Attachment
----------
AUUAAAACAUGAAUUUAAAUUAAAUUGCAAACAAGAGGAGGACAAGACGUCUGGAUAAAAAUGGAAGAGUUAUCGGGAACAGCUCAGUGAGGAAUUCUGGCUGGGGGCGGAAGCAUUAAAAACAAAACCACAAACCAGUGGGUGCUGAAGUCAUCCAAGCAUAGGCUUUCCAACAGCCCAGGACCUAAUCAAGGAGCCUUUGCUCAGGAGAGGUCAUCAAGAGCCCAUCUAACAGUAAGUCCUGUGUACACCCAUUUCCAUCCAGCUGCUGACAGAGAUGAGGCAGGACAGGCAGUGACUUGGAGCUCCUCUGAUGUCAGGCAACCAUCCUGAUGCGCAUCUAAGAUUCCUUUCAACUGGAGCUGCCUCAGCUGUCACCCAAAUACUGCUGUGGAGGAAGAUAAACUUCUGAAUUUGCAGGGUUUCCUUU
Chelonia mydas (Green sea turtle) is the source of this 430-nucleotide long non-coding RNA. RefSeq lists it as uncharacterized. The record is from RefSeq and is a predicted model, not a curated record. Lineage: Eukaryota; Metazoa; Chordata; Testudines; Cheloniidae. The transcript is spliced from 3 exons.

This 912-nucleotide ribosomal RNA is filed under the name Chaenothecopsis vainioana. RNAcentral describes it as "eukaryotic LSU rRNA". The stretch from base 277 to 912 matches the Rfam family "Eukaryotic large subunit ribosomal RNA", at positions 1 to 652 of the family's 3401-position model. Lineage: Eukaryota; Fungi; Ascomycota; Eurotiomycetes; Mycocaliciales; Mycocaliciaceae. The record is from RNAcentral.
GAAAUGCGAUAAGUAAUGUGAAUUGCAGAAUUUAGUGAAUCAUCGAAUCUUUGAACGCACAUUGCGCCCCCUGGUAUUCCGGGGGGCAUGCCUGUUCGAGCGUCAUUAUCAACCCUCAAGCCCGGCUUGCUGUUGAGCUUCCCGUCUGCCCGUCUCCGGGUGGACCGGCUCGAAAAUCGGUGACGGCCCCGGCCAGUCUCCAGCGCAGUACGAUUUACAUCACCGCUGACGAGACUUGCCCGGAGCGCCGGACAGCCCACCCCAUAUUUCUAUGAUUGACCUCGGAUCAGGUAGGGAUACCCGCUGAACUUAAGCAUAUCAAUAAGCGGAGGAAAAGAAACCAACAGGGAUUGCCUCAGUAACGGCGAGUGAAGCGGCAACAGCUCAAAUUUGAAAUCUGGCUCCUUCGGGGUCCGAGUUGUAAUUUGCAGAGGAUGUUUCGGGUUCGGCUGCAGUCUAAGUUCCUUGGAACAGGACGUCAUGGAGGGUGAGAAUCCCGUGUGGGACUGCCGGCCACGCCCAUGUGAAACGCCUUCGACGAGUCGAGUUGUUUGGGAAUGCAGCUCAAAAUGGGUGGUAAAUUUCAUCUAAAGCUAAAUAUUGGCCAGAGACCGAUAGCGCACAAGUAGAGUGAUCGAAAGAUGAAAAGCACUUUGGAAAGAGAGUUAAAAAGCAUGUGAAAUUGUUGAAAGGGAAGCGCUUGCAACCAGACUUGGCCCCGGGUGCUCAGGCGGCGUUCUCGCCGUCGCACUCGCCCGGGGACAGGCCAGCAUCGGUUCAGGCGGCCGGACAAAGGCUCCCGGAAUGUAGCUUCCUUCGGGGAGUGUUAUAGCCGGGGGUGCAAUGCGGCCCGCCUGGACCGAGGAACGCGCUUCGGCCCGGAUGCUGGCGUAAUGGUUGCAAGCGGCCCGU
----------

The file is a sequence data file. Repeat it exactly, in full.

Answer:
AUUAAAACAUGAAUUUAAAUUAAAUUGCAAACAAGAGGAGGACAAGACGUCUGGAUAAAAAUGGAAGAGUUAUCGGGAACAGCUCAGUGAGGAAUUCUGGCUGGGGGCGGAAGCAUUAAAAACAAAACCACAAACCAGUGGGUGCUGAAGUCAUCCAAGCAUAGGCUUUCCAACAGCCCAGGACCUAAUCAAGGAGCCUUUGCUCAGGAGAGGUCAUCAAGAGCCCAUCUAACAGUAAGUCCUGUGUACACCCAUUUCCAUCCAGCUGCUGACAGAGAUGAGGCAGGACAGGCAGUGACUUGGAGCUCCUCUGAUGUCAGGCAACCAUCCUGAUGCGCAUCUAAGAUUCCUUUCAACUGGAGCUGCCUCAGCUGUCACCCAAAUACUGCUGUGGAGGAAGAUAAACUUCUGAAUUUGCAGGGUUUCCUUU
Chelonia mydas (Green sea turtle) is the source of this 430-nucleotide long non-coding RNA. RefSeq lists it as uncharacterized. The record is from RefSeq and is a predicted model, not a curated record. Lineage: Eukaryota; Metazoa; Chordata; Testudines; Cheloniidae. The transcript is spliced from 3 exons.

This 912-nucleotide ribosomal RNA is filed under the name Chaenothecopsis vainioana. RNAcentral describes it as "eukaryotic LSU rRNA". The stretch from base 277 to 912 matches the Rfam family "Eukaryotic large subunit ribosomal RNA", at positions 1 to 652 of the family's 3401-position model. Lineage: Eukaryota; Fungi; Ascomycota; Eurotiomycetes; Mycocaliciales; Mycocaliciaceae. The record is from RNAcentral.
GAAAUGCGAUAAGUAAUGUGAAUUGCAGAAUUUAGUGAAUCAUCGAAUCUUUGAACGCACAUUGCGCCCCCUGGUAUUCCGGGGGGCAUGCCUGUUCGAGCGUCAUUAUCAACCCUCAAGCCCGGCUUGCUGUUGAGCUUCCCGUCUGCCCGUCUCCGGGUGGACCGGCUCGAAAAUCGGUGACGGCCCCGGCCAGUCUCCAGCGCAGUACGAUUUACAUCACCGCUGACGAGACUUGCCCGGAGCGCCGGACAGCCCACCCCAUAUUUCUAUGAUUGACCUCGGAUCAGGUAGGGAUACCCGCUGAACUUAAGCAUAUCAAUAAGCGGAGGAAAAGAAACCAACAGGGAUUGCCUCAGUAACGGCGAGUGAAGCGGCAACAGCUCAAAUUUGAAAUCUGGCUCCUUCGGGGUCCGAGUUGUAAUUUGCAGAGGAUGUUUCGGGUUCGGCUGCAGUCUAAGUUCCUUGGAACAGGACGUCAUGGAGGGUGAGAAUCCCGUGUGGGACUGCCGGCCACGCCCAUGUGAAACGCCUUCGACGAGUCGAGUUGUUUGGGAAUGCAGCUCAAAAUGGGUGGUAAAUUUCAUCUAAAGCUAAAUAUUGGCCAGAGACCGAUAGCGCACAAGUAGAGUGAUCGAAAGAUGAAAAGCACUUUGGAAAGAGAGUUAAAAAGCAUGUGAAAUUGUUGAAAGGGAAGCGCUUGCAACCAGACUUGGCCCCGGGUGCUCAGGCGGCGUUCUCGCCGUCGCACUCGCCCGGGGACAGGCCAGCAUCGGUUCAGGCGGCCGGACAAAGGCUCCCGGAAUGUAGCUUCCUUCGGGGAGUGUUAUAGCCGGGGGUGCAAUGCGGCCCGCCUGGACCGAGGAACGCGCUUCGGCCCGGAUGCUGGCGUAAUGGUUGCAAGCGGCCCGU